The Gilded Age also brought widespread settlement of the West. John Wesley Powell was commissioned to explore the west including sailing down the Colorado River. Powell’s West was divided into three parts. The ‘irrigable lands’ were a small portion…located on or near streams… The ‘timber lands were the wooded mountain slopes and mesas… The ‘pasturage lands constituted the largest part …[which] could not sustain cultivation but, if carefully managed, might support livestock.”[p223]. “The key to developing the Arid Region was wise public stewardship. Land laws that had evolved in the wet East must be modified. The grid system of rectangular surveys, for example, made no sense where stream courses, rather than township and section lines, determined patterns of husbandry.”[p 223]. “Powell spoke for a distant future, as things turned out. His views would inform the development of the Southwest during the twentieth century, when government did take the lead in making the desert habitable and profitable.” [p 224] This is a key to answering the mistaken claims made by Ammon Bundy and his ilk that took over the Malheur National Wildlife Refuge in the winter of 2016 claiming the lands should be given to individual ranchers.
Of course settling the west meant the massacre and dislocation of thousands of Native Americans. Another group lost power. “[The Battle of] Wounded Knee, as matters proved, marked the end of an era, the last armed resistance to white control of the territory claimed by the government of the United States. For three hundred years Indians had fought the Anglo-Americans; the struggle had stained every state and nearly every county with the Indians’ blood or the whites’. Now the struggle was finally over. The Indians could no longer resist; the invaders had won.” [p 426].
The common working man also lost his power to organize against unfair labor practices. In reaction to reduced wages Pullman car workers struck and halted trains across the states which started labor actions and riots. President Cleveland ordered ‘the entire garrison at Fort Sheridan – infantry, cavalry, and artillery – to the lake fron in the city of Chicago.”[p 469] Labor leaders asked for injunctions to force labor back to work. “Injunctions were relatively new in labor actions and the scope of the injunction in the Pullman case was unprecedented… Stephen Gregory denounced injunctions in labor cases as a subordination of democracy to capital.” [p 471]. Once again, power won out. “Not for two more generations would the industrial principle of labor organization take hold in the United States. In the interim the injunction would be used again and again to handcuff labor leaders as the courts continued to side with capital.”[p 472]
We also read about Boss Tweed’s rise to power at Tammany Hall through graft and patronage. Tweed applied the principles of capital to government. “By the late 1860s the Tweed machine was running smoothly. Money greased the gears, collected from all who had to do business with the city.”[p 313].
In today’s era of banks “too big to fail” it is illuminating to reflect back on the monetary crisis of 1895 “when the Treasury’s gold reserve again dipped toward the witching mark of $100 million – and then crashed into the nether region beyond.” [p 532] J.P. Morgan, arguably “the most powerful person in the country, not excluding the president.” [p 532] came to the rescue. “Morgan proposed that the Treasury sell bonds to a private syndicate he would organize. This syndicate would pay gold for the bonds. The double effect of the deal would be to reverse the outflow of gold from the Treasury and to restore investor confidence in the United States government.”[p 534]. Morgan’s syndicate then promptly sold the bonds at a tidy additional profit.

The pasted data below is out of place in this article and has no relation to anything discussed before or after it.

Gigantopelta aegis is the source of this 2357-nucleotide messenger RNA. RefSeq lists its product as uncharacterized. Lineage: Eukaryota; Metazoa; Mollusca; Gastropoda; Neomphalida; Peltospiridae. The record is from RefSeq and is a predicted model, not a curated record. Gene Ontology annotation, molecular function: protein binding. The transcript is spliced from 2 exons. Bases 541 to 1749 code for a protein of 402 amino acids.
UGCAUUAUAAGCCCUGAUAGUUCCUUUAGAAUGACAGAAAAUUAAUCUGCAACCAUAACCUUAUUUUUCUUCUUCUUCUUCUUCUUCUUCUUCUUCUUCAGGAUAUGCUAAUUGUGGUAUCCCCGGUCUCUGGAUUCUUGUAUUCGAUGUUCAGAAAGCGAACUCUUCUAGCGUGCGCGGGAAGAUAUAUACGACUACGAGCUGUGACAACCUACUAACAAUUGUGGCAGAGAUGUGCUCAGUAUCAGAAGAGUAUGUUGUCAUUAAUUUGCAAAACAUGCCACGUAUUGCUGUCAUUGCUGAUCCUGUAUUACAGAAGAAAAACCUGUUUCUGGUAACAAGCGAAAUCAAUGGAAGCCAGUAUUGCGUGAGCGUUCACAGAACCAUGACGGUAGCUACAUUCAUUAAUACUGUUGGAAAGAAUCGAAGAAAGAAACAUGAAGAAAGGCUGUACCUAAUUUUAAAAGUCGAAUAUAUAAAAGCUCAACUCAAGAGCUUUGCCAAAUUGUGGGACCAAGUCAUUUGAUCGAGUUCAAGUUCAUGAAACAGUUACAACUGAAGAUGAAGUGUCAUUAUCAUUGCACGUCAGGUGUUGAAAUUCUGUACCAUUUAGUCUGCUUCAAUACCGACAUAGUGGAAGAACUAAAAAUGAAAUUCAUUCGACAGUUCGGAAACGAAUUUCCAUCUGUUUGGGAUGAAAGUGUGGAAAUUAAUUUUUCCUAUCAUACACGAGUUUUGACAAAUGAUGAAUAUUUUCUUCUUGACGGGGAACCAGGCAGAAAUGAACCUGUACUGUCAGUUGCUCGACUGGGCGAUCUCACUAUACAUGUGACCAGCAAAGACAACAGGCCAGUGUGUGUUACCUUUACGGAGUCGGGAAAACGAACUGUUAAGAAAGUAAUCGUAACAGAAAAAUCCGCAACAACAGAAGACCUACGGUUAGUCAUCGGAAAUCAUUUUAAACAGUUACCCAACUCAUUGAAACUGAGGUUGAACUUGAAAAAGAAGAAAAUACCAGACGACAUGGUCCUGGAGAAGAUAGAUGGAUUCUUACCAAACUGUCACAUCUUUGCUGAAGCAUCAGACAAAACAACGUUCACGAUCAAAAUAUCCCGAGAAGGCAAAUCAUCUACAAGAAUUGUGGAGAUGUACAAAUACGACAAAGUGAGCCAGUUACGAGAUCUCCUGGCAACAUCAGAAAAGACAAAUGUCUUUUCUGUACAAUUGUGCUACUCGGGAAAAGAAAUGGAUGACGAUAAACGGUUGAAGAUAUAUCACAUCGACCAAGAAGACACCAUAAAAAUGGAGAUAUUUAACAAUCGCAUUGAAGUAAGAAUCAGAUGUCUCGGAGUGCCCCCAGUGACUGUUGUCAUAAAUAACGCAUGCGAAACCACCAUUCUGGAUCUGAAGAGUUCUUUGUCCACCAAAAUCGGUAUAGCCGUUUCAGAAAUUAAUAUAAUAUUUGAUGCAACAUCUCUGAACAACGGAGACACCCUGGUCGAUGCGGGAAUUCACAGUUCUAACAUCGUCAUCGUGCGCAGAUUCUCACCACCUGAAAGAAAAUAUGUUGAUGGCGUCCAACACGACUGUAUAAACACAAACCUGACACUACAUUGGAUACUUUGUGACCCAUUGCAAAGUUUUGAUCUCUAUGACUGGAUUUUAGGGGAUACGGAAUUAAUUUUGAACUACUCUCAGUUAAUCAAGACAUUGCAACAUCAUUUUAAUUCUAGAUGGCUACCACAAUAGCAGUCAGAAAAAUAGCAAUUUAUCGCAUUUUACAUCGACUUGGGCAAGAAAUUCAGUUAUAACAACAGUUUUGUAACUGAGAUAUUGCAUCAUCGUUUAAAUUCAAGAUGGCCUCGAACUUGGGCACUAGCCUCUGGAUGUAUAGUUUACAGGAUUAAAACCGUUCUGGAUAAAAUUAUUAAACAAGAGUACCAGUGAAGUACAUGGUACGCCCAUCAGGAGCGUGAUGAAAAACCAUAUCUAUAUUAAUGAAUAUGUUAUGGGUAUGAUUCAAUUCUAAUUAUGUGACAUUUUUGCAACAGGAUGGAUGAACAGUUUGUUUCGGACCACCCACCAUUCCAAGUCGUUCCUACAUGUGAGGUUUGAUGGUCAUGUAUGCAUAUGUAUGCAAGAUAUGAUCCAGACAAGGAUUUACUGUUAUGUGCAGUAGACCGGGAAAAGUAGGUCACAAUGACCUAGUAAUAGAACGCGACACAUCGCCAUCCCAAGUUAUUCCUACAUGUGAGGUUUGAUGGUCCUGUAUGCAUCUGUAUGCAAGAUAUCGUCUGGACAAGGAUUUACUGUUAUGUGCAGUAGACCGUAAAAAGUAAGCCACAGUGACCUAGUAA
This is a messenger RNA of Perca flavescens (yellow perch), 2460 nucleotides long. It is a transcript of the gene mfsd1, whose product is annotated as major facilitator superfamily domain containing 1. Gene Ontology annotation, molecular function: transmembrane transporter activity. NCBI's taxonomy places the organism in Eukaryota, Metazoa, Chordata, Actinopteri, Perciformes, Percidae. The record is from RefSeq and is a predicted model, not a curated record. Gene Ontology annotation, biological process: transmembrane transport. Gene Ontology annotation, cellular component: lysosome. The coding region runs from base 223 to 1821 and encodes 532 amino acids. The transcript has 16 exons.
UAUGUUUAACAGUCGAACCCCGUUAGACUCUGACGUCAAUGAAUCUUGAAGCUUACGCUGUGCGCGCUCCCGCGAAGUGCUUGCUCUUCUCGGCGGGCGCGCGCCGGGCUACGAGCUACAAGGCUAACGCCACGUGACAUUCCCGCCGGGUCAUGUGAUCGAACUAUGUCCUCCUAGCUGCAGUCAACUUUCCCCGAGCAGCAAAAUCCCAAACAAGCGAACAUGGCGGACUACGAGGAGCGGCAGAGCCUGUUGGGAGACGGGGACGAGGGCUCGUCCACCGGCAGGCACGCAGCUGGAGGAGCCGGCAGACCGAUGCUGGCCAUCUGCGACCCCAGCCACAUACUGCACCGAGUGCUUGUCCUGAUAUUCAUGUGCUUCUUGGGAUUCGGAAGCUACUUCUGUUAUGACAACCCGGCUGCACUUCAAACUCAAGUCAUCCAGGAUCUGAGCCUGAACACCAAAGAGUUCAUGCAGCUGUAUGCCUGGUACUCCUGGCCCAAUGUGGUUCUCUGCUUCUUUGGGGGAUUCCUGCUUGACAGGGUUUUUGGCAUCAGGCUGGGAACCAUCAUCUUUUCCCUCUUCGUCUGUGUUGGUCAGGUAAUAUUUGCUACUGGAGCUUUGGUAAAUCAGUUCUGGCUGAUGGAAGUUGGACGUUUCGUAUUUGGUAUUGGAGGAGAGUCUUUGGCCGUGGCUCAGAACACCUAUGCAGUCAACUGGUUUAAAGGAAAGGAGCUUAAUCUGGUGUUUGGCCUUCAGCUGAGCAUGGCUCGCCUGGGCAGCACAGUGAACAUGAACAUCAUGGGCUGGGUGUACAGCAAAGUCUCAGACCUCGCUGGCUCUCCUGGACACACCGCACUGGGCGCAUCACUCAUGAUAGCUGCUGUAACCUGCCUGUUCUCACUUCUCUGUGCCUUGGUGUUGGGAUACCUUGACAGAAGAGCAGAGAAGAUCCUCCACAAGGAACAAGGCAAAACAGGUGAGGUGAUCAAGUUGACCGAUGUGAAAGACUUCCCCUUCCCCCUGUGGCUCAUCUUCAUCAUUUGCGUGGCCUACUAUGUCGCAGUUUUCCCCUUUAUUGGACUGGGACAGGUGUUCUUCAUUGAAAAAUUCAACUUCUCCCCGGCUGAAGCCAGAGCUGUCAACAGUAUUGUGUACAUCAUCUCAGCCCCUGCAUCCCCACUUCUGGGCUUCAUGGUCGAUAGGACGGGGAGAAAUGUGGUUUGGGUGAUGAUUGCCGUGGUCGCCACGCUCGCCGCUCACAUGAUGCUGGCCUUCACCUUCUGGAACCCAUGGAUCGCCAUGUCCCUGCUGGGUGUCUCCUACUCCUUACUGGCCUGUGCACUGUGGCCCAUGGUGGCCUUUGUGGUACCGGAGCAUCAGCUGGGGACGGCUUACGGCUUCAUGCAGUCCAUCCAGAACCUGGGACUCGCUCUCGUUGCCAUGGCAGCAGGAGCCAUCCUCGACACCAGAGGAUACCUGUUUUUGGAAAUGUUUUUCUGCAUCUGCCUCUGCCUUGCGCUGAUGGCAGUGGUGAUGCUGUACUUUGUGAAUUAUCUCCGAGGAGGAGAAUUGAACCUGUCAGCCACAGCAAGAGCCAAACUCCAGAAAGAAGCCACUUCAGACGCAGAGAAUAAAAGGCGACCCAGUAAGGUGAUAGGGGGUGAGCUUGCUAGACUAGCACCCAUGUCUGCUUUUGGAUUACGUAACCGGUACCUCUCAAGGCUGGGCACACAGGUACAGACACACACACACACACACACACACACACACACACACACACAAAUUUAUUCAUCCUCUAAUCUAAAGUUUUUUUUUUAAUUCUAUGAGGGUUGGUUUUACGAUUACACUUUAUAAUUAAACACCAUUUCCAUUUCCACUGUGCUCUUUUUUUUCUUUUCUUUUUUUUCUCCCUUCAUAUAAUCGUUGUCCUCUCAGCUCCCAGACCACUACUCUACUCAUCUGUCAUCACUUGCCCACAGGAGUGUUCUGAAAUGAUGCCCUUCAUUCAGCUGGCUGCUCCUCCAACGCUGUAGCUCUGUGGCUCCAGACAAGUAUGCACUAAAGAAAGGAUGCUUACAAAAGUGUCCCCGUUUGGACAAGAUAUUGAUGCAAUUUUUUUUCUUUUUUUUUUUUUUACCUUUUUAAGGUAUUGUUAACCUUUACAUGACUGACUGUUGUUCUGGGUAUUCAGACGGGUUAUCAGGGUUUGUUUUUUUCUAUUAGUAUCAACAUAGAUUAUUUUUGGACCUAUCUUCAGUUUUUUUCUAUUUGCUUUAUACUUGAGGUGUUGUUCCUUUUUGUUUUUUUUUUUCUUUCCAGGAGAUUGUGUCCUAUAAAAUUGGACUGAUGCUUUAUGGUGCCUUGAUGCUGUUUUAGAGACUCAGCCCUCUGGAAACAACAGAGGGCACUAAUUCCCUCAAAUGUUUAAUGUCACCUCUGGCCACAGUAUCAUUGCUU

Of course there were many good parts of the Gilded Age: infant mortality declined and widespread public education afforded the vast majority of people the ability to read and write.
“Yet for all the advances in American material and cultural life, there remained a feeling that … a screw had come loose and the wheels fallen out of balance. Inequality – the distance between the segment of society headed by the Vanderbilts in their gaudy mansion and Jacob Riss’s other half in the alleys around the corner – was more obvious than ever. The capitalists controlled the government: the legislative branch, which protected the tariffs and their assets with a gold standard; the executive branch, which dispatched troops to crush the capitalists’ working-class opponents; and the judicial branch, which defined dissent as conspiracy and monopoly as accepted practice. … In the contest between capitalism and democracy, capitalism had never enjoyed such a formidable advantage.”[p 545]
The dawning of the 20th century showed promise as Theodore Roosevelt became president after McKinley’s assassination. “Roosevelt intially pledged to carry out the policies of his predecessor. One with who knew Roosevelt suggested that he would indeed carry out McKinley’s policies – much as people cary out their garbage.” [p 546] To begin with, Roosevelt brought an antitrust suit against the Morgan railroad combine. [p 547] Supreme Court justice “John Marshall Harlan, the veteran dissenter, [e.g. Plessy v Ferguson] wrote the opinion for the 5 to 4 majority striking down the trust. [p 547]. A few years later the Standard Oil trust was dissolved, this time by a unanimous decision. But there weren’t victories on all fronts as the color line became deeper. [p 550]
Woodrow Wilson passed the Federal Reserve Act of 1913 which “took effective control of the nation’s money supply away from capitalists like Morgan and bestowed it upon the presidentialy nominated and senatorially approved Federal Reserve Board.” [p 553] Reform may have gone farther except for the outbreak of World War I.
If you are looking for a good overview of the Gilded Age – the era between the Civil War and 1900, start here. In addition to the hard facts we learn such tidbits as how our current image of Santa Claus came about.